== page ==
Influence of the Poisson’s ratio on the efficiency of viscoelastic damping treatments



An efficient way of mitigating noise and vibration is to embed viscoelastic patches into the host structure. Viscoelastic properties are of significant importance in determining the performance of the passive damping treatment. The behaviour of homogeneous isotropic materials is described by two elastic constants (generally the Young modulus and the Poisson ratio, or the shear and bulk moduli), which are frequency- and temperature-dependent in the case of viscoelastic materials. In practice, the Poisson’s ratio is often considered as independent of temperature and frequency.
One goal of this work is to numerically evaluate the validity of this assumption and its limitations (frequency range, thickness of the viscoelastic layer). To this end, a thermo-mechanical characterization of a viscoelastic material is carried out by dynamic measurements of the complex shear and bulk moduli, allowing the indirect measurement of the frequency- and temperature-dependent Poisson’s ratio.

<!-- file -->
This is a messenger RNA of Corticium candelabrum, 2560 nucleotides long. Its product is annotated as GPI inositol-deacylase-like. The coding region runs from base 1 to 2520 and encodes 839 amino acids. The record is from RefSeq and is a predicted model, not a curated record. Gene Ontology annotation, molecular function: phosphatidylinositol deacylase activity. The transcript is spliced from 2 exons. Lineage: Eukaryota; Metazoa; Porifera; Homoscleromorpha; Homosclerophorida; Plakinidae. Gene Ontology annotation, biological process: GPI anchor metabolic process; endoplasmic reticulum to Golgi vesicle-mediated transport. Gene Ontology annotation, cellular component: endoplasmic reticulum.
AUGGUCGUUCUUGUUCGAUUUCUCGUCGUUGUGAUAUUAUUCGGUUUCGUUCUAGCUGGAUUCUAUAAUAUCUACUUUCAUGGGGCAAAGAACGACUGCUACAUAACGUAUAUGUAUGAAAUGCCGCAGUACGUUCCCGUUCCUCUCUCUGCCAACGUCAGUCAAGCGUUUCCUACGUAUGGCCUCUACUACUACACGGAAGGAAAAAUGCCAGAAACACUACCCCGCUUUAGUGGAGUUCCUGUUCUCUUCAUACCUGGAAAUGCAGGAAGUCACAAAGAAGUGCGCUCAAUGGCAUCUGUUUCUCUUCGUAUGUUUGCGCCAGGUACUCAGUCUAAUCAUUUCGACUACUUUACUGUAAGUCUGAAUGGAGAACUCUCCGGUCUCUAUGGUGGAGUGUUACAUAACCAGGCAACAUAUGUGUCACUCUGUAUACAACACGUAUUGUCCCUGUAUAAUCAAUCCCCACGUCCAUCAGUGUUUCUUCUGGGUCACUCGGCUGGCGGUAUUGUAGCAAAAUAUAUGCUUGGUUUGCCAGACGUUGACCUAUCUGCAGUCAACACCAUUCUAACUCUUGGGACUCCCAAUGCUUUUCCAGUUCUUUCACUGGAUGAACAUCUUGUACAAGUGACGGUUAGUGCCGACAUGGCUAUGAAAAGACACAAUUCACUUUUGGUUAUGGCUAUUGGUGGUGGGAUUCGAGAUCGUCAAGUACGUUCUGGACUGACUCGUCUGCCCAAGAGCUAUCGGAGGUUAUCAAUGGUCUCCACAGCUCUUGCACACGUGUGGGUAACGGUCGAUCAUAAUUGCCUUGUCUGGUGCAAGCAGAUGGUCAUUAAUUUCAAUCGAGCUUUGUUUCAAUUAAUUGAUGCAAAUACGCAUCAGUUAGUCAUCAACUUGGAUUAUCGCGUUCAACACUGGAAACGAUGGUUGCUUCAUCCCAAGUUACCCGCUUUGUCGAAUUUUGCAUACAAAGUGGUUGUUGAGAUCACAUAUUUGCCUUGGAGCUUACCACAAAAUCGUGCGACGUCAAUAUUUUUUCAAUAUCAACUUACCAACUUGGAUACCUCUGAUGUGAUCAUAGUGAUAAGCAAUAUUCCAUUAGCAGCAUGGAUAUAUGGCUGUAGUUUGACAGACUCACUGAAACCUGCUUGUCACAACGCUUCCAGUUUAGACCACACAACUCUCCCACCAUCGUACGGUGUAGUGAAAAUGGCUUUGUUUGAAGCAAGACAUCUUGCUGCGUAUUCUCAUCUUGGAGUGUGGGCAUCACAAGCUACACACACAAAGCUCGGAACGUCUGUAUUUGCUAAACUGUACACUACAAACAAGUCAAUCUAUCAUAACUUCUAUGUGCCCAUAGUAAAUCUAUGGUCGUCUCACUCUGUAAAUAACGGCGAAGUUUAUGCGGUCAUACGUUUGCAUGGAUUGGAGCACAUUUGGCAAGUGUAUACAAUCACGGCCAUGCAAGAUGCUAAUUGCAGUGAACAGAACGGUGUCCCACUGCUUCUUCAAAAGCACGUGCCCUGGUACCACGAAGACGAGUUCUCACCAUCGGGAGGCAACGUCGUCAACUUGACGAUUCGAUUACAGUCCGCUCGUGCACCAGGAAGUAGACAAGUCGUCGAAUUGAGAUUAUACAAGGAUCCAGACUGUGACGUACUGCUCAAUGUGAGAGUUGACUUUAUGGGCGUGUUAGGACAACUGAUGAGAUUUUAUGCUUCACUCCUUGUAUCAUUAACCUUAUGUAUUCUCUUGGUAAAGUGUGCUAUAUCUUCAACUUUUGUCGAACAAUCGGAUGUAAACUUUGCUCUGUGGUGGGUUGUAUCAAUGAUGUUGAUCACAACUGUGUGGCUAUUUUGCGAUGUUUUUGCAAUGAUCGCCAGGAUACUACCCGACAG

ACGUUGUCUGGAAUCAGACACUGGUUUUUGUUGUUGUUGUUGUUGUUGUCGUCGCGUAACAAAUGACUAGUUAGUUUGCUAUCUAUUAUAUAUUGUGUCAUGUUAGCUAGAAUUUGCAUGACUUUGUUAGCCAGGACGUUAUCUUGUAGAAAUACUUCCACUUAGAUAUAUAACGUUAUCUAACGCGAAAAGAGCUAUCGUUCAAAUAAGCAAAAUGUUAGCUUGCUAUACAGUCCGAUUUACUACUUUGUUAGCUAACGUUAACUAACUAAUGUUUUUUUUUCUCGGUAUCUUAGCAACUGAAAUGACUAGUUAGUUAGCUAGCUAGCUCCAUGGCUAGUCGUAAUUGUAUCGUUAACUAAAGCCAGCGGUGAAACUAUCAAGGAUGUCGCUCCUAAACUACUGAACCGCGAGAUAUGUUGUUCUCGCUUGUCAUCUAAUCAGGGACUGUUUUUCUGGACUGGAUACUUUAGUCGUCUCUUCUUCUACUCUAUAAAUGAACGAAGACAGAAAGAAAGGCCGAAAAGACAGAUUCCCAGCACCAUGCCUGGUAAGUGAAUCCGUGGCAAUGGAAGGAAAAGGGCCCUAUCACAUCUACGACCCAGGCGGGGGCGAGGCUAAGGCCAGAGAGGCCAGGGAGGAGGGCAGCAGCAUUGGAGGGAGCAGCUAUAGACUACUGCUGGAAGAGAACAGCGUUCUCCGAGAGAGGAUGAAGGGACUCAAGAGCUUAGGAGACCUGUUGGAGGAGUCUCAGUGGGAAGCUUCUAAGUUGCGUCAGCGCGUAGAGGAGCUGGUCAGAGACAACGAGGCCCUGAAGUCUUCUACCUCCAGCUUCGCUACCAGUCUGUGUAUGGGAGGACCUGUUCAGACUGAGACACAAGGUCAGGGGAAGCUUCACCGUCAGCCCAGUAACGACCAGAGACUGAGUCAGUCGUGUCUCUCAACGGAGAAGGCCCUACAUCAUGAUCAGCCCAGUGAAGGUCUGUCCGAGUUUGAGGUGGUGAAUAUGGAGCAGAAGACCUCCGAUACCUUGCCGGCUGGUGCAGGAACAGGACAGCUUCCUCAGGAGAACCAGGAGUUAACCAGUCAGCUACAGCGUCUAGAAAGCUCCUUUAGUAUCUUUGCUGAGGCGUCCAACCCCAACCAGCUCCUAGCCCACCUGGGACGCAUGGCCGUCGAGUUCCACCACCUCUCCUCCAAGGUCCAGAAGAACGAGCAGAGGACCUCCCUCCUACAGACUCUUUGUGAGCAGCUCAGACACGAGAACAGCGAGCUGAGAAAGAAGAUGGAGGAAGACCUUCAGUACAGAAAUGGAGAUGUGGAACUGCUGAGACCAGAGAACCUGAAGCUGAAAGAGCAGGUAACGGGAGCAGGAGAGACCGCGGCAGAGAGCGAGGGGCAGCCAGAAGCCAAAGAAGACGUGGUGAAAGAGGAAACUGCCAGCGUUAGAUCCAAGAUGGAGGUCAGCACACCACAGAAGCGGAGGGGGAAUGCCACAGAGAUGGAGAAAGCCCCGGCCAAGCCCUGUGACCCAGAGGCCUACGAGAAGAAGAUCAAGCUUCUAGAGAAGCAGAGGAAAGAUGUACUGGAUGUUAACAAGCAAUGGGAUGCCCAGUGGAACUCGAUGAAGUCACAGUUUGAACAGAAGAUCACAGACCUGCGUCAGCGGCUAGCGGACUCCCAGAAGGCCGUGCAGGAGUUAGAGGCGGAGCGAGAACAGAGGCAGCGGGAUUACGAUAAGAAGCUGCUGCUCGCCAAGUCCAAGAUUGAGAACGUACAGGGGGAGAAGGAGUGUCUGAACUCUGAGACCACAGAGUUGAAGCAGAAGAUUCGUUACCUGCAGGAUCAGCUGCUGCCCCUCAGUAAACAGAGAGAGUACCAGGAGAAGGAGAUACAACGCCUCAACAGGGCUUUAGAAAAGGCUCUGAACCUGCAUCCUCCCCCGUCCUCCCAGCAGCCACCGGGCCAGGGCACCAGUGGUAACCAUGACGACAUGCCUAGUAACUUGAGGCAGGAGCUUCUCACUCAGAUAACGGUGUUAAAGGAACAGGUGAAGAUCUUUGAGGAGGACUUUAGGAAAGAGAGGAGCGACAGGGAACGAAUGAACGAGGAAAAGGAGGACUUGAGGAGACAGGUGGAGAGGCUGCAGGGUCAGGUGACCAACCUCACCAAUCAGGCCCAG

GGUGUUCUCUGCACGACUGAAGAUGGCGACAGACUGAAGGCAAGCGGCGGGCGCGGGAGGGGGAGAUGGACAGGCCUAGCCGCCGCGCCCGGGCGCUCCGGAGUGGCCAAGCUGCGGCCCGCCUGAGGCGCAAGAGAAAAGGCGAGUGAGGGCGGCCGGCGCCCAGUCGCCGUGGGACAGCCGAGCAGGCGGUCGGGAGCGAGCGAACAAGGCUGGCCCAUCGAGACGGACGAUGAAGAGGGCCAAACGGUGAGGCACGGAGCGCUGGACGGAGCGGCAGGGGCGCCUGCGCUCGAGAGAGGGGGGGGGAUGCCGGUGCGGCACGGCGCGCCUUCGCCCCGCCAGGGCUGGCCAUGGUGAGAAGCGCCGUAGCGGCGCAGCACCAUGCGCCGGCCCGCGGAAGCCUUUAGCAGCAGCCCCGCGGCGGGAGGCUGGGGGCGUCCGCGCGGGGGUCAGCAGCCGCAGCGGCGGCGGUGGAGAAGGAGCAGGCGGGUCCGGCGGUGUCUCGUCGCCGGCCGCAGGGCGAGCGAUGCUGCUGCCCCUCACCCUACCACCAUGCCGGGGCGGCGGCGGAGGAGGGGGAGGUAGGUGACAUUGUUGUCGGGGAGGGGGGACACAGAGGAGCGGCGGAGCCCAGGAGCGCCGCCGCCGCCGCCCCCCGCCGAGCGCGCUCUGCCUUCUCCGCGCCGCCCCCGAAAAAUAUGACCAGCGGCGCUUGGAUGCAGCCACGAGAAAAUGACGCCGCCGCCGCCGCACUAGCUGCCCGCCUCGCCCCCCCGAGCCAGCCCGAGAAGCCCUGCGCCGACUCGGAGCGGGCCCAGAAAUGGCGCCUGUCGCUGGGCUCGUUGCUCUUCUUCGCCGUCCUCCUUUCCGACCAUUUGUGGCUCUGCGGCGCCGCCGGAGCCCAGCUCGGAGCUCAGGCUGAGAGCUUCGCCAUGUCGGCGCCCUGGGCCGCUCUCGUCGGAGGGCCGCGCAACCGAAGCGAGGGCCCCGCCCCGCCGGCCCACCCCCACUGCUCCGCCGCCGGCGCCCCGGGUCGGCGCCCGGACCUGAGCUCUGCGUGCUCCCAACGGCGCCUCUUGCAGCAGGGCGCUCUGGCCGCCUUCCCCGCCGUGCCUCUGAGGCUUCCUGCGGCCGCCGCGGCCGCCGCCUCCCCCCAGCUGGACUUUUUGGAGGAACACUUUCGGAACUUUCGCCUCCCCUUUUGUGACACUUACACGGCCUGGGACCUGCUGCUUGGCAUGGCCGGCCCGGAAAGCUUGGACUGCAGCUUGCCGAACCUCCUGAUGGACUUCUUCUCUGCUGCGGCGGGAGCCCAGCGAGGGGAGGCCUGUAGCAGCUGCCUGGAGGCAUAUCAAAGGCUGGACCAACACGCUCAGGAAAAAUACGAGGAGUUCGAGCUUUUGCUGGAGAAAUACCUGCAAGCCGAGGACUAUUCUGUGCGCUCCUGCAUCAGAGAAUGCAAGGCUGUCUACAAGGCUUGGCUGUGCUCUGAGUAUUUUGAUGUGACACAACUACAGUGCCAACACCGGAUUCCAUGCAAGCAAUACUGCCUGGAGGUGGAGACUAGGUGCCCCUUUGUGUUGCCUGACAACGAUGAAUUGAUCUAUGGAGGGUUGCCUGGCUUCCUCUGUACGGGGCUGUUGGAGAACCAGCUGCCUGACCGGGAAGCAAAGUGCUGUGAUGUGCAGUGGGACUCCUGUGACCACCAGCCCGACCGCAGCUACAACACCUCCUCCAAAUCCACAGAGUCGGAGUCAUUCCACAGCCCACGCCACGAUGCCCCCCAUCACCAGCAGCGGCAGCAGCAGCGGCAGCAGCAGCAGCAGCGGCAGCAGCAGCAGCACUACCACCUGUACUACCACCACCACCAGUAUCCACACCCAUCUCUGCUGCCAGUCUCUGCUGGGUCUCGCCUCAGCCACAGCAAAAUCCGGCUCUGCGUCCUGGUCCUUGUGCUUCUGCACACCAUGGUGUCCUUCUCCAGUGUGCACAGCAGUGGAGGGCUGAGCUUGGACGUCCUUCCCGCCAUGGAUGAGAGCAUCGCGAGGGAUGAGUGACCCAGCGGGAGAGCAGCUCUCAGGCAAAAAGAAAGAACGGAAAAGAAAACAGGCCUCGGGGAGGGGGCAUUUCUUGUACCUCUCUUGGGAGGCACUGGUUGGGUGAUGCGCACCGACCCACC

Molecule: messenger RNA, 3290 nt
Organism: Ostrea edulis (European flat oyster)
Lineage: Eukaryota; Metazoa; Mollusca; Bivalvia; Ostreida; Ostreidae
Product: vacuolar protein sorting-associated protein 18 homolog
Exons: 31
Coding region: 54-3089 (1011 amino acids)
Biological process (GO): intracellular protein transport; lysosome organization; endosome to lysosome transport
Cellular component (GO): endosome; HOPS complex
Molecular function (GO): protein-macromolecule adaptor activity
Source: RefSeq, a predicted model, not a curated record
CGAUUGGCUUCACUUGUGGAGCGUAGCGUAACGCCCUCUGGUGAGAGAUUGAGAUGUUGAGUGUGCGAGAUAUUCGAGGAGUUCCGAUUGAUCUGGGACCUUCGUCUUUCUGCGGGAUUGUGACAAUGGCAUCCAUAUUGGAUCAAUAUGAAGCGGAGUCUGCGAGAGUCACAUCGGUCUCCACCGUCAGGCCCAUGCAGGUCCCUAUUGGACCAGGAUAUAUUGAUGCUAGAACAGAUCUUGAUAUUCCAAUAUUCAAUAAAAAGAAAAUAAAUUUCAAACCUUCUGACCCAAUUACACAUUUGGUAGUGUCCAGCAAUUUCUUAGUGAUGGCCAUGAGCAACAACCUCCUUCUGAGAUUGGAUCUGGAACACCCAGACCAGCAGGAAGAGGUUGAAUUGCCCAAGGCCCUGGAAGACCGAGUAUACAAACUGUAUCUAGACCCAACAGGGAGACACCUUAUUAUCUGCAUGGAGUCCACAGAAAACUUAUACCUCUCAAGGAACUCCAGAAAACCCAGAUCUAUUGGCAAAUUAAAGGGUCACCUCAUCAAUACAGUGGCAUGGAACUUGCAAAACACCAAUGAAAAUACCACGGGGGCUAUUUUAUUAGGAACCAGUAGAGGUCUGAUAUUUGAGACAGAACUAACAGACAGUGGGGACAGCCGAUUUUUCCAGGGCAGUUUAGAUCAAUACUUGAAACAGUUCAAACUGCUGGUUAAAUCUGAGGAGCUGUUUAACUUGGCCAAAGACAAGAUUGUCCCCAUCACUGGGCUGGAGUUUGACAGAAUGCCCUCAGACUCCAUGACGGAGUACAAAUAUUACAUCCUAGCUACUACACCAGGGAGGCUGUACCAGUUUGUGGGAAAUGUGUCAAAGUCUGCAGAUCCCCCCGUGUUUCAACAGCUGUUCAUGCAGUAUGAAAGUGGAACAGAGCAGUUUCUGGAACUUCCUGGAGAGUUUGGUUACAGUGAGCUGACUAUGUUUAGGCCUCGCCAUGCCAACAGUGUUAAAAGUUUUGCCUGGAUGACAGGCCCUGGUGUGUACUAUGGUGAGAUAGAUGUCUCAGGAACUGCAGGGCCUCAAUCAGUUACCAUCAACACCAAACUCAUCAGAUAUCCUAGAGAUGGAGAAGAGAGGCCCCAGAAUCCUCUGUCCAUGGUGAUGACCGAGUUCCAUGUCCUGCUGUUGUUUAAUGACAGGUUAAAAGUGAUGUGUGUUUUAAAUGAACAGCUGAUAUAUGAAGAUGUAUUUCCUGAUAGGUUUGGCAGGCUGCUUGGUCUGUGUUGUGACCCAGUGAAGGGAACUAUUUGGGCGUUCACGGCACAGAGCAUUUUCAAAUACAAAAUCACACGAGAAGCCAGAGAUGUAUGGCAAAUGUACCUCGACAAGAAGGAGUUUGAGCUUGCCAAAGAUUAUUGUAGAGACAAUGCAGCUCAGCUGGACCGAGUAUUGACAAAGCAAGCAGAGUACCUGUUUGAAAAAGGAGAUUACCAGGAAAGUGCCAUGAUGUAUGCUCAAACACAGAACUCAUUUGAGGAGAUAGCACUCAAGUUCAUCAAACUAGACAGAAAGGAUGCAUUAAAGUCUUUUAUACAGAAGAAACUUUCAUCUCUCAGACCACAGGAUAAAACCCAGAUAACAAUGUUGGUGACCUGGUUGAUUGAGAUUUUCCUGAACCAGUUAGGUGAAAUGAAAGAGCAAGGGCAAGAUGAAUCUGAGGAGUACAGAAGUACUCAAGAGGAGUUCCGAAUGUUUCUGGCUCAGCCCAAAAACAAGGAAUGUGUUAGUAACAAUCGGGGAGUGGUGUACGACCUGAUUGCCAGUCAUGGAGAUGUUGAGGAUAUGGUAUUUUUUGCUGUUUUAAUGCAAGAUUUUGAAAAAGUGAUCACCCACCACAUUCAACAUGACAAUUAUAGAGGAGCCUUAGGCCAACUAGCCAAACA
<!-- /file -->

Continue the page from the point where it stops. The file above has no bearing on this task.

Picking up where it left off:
Moreover, the measurements of the Poisson’s ratio (direct or indirect) can lead to considerable uncertainties. For instance, large discrepancies have been observed when characterizing the Poisson’s ratio of polymer foams. Another goal of this work is to investigate the influence of those uncertainties on the dynamic response of a damped structure.